Run, Kathrine, Run!

No one will ever think of me as the runner, and I find myself comfortable with the speed at which I jog, in the event I need to jog. And yet, I think of exercise as healthy and fun, especially when it’s a type of exercise you enjoy. But is it weird to rejoice in our freedom to exercise? Well, that’s what we should all be doing, because it was only 47 years ago that Kathrine Switzer broke some of the many glass ceilings by being the first woman to officially enter and run the Boston Marathon. She was even attacked during the race! Now, I am not going to retell her story, as she’s done a fine job of that in the bio pages on her website, and I’m sure her memoir is even better (it’s on the top of my to-read list).


I really encourage you all to read the quick story told from her point of view. It’s captivating, but a phenomenal start to explaining how she became ready to change athletic events to include women, to really change the perception of athleticism as being an exclusively masculine trait.

Sometimes, I lift boxes or my heavy suitcase–and my suitcase is always pushing the weight limit–and people are always surprised. As if a women couldn’t lift fifty pounds. Well, I do, all of the time, and it really shouldn’t be such a surprise that I could lift a sort of heavy box. Could we all stopped being shocked by remote athleticism in women, and just cheer for them as they cross the finish line, like we would with all of the men on the track? Though, running a marathon is not a walk in the park by most standards, it’s not impossible for the people who train for the event, like Switzer spent a considerable amount of time doing. Her bravery is not so much in her athleticism, but in her willingness to break the social barriers in her way.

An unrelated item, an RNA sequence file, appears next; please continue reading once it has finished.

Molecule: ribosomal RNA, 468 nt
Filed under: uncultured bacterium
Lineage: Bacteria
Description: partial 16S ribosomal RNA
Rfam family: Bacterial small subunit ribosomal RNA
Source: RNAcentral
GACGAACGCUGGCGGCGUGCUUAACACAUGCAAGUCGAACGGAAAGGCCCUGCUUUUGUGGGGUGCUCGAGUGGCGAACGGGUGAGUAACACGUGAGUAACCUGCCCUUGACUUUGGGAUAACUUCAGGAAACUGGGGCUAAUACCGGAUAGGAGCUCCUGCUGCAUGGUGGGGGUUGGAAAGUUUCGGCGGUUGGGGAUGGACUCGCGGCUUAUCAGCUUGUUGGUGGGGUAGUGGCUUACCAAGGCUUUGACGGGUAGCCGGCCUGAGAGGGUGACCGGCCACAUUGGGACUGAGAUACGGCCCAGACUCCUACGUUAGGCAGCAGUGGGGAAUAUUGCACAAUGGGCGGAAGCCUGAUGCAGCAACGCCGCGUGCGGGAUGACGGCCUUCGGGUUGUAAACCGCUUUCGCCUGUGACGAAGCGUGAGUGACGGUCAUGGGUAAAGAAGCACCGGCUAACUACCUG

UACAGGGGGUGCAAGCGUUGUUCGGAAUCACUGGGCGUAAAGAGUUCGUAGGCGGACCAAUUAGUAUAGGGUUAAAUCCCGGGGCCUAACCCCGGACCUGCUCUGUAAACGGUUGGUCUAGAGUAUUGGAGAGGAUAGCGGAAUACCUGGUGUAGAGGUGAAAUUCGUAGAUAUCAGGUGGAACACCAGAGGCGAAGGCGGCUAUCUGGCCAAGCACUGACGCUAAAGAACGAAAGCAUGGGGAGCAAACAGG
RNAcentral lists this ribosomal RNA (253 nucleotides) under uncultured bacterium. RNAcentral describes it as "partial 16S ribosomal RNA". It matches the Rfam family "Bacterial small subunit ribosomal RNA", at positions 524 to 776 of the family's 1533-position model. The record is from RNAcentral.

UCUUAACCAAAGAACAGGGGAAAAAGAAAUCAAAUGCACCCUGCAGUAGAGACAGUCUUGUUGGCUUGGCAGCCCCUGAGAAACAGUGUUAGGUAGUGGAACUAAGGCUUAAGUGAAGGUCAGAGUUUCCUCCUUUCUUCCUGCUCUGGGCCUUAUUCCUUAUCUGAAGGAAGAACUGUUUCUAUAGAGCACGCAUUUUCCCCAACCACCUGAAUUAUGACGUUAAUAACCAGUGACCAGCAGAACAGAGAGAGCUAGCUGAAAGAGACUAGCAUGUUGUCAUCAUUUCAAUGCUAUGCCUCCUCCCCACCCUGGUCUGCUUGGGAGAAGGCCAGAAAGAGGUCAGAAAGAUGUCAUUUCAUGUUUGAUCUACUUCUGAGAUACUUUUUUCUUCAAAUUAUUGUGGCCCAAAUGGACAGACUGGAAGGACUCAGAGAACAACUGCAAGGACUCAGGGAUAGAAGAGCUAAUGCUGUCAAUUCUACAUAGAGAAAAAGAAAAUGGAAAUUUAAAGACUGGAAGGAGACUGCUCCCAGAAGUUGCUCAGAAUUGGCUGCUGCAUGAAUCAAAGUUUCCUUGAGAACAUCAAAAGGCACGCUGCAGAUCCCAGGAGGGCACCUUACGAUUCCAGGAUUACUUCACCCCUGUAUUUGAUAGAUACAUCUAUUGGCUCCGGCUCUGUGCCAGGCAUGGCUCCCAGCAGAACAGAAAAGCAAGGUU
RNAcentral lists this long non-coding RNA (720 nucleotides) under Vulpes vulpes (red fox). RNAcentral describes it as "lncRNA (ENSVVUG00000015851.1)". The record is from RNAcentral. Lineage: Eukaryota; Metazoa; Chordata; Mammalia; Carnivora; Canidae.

I applaud Kathrine for being so willing to do what she loved, and for her bravery in not letting people deter her from that track–I promise I wasn’t trying to be punny that time, it just happened there and I had to leave it. Switzer is my empowerment for the everyday, and especially when I need a little encouragement to finish a workout. Thanks, Switzer, for changing athleticism back in the day, and for continuing to do so in the decades that followed.

Have an athlete that empowers you? Or anyone who’s doing something inspiring? Let me know through twitter, tumblr, e-mail, or in the comments down below and I’ll dedicate an Everyday Empowerment post to them.


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